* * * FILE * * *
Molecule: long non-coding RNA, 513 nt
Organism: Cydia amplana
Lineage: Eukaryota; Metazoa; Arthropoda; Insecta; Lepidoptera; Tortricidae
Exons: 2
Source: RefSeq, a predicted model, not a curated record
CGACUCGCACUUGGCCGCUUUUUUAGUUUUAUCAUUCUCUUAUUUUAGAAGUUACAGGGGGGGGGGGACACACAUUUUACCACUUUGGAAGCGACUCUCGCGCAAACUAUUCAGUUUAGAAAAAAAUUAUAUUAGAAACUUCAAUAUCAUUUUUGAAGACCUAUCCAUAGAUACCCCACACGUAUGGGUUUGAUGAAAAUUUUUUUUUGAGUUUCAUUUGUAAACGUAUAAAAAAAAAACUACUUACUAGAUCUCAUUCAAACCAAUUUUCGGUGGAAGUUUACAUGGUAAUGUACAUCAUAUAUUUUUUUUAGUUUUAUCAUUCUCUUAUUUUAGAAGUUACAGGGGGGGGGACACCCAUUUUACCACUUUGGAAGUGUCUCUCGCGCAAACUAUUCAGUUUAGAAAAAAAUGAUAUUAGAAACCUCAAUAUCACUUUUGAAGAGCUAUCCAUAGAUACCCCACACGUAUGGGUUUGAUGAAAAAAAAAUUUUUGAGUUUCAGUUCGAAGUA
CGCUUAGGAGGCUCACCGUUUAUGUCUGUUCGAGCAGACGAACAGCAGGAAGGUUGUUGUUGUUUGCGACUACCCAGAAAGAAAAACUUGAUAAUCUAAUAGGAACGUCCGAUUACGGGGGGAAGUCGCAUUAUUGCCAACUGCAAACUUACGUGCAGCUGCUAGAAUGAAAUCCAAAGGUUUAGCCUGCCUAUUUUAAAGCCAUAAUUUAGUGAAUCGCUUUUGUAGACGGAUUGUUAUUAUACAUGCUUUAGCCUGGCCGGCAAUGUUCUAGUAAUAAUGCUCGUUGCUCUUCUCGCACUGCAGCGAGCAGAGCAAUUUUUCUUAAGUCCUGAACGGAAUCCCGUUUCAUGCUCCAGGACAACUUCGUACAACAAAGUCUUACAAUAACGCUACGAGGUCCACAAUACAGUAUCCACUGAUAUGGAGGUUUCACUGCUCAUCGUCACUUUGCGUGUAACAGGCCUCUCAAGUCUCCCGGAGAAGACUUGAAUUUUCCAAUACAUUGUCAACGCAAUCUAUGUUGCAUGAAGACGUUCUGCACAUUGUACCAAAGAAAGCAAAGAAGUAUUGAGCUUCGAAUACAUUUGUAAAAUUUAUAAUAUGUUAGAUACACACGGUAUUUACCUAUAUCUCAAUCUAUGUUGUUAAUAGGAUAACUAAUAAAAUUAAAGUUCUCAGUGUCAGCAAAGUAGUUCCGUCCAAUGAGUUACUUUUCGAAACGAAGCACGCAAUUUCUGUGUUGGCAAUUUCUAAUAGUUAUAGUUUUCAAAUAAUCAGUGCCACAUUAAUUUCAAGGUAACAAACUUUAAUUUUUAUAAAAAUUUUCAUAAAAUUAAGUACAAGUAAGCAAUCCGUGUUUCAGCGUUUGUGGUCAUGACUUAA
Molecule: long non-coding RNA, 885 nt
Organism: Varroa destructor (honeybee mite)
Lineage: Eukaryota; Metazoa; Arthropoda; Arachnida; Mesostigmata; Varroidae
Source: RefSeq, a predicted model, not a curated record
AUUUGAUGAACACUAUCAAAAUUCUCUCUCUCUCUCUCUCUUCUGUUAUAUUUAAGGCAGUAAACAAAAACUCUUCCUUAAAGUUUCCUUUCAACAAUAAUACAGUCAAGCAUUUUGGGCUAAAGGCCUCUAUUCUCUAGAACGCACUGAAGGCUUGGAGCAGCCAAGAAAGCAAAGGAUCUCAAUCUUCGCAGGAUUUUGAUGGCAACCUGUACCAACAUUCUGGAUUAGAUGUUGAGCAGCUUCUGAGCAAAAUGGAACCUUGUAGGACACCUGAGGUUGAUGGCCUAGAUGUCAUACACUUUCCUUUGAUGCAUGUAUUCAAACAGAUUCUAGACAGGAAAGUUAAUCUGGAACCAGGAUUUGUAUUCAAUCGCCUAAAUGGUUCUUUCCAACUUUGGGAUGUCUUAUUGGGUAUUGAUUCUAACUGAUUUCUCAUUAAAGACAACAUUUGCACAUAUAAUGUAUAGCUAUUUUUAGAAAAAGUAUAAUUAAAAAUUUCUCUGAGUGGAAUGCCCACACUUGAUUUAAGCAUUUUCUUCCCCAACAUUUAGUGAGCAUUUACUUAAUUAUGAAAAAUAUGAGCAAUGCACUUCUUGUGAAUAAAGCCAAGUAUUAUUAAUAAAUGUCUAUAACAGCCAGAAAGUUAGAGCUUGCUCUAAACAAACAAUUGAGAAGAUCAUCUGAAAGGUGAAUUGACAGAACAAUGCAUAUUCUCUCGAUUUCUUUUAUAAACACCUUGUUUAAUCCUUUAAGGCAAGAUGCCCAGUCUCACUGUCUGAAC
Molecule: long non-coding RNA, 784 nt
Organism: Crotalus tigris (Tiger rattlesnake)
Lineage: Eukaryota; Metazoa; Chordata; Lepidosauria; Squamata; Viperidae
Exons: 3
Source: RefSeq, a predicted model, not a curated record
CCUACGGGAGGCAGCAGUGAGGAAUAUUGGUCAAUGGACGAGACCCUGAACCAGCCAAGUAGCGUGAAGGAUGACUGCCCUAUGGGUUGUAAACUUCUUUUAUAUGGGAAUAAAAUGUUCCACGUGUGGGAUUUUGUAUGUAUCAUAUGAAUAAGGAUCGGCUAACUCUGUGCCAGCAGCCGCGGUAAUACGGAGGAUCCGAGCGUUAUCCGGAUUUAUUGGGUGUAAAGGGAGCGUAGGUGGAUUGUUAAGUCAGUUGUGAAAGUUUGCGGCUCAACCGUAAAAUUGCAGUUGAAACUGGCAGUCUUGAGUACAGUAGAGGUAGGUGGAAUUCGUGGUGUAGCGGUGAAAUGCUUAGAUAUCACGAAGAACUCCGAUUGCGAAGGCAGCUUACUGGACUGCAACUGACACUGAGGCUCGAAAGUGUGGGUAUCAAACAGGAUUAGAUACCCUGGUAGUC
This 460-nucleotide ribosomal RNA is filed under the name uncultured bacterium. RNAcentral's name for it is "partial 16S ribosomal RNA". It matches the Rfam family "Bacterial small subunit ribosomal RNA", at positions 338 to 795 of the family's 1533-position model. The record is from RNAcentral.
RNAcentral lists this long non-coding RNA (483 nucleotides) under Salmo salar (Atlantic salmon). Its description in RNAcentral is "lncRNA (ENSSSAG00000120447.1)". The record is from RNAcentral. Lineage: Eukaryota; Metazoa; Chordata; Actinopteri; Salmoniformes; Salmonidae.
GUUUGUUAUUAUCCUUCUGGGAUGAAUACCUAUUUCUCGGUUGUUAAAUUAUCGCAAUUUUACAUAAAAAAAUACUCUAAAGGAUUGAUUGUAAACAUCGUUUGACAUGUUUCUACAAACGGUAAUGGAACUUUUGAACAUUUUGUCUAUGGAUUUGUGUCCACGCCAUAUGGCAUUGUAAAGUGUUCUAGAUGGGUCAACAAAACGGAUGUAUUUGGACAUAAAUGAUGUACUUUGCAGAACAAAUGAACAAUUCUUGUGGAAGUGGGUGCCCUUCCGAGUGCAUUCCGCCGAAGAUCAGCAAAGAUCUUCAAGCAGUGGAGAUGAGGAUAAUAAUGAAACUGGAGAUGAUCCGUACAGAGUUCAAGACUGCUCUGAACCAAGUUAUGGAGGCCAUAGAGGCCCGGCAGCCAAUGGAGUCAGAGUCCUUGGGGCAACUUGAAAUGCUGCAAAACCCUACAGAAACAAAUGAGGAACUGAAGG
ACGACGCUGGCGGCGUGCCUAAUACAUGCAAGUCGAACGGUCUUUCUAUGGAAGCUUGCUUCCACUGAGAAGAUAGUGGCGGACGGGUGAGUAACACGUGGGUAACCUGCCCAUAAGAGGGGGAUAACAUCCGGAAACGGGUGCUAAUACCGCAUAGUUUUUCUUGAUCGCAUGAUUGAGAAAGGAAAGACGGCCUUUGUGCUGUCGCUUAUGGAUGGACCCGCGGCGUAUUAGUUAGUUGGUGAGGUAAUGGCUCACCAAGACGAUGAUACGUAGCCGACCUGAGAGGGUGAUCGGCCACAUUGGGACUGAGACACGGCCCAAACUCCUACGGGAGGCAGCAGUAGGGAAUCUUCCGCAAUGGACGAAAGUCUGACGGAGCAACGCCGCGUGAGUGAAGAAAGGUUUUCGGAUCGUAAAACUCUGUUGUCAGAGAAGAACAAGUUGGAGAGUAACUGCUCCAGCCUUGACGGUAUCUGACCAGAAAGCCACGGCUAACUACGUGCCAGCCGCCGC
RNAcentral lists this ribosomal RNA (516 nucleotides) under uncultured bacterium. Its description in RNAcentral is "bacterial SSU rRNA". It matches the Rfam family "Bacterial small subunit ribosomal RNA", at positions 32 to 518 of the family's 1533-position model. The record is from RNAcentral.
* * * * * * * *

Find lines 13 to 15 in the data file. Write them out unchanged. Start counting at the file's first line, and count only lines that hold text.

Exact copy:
Molecule: long non-coding RNA, 784 nt
Organism: Crotalus tigris (Tiger rattlesnake)
Lineage: Eukaryota; Metazoa; Chordata; Lepidosauria; Squamata; Viperidae